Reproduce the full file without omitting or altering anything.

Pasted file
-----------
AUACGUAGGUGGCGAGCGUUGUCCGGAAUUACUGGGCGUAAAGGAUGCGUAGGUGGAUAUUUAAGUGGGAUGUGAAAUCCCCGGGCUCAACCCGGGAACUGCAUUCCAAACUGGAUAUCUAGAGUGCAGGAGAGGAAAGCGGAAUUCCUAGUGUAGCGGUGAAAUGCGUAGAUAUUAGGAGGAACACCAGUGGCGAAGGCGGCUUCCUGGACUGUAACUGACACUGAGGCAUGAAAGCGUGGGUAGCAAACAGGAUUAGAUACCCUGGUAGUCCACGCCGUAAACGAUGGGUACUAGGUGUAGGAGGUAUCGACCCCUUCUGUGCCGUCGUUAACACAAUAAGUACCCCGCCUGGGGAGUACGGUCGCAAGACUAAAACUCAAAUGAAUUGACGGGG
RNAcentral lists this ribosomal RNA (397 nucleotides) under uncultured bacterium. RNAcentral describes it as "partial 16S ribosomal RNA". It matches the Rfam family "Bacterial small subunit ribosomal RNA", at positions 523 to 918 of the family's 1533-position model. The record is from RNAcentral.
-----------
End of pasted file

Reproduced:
AUACGUAGGUGGCGAGCGUUGUCCGGAAUUACUGGGCGUAAAGGAUGCGUAGGUGGAUAUUUAAGUGGGAUGUGAAAUCCCCGGGCUCAACCCGGGAACUGCAUUCCAAACUGGAUAUCUAGAGUGCAGGAGAGGAAAGCGGAAUUCCUAGUGUAGCGGUGAAAUGCGUAGAUAUUAGGAGGAACACCAGUGGCGAAGGCGGCUUCCUGGACUGUAACUGACACUGAGGCAUGAAAGCGUGGGUAGCAAACAGGAUUAGAUACCCUGGUAGUCCACGCCGUAAACGAUGGGUACUAGGUGUAGGAGGUAUCGACCCCUUCUGUGCCGUCGUUAACACAAUAAGUACCCCGCCUGGGGAGUACGGUCGCAAGACUAAAACUCAAAUGAAUUGACGGGG
RNAcentral lists this ribosomal RNA (397 nucleotides) under uncultured bacterium. RNAcentral describes it as "partial 16S ribosomal RNA". It matches the Rfam family "Bacterial small subunit ribosomal RNA", at positions 523 to 918 of the family's 1533-position model. The record is from RNAcentral.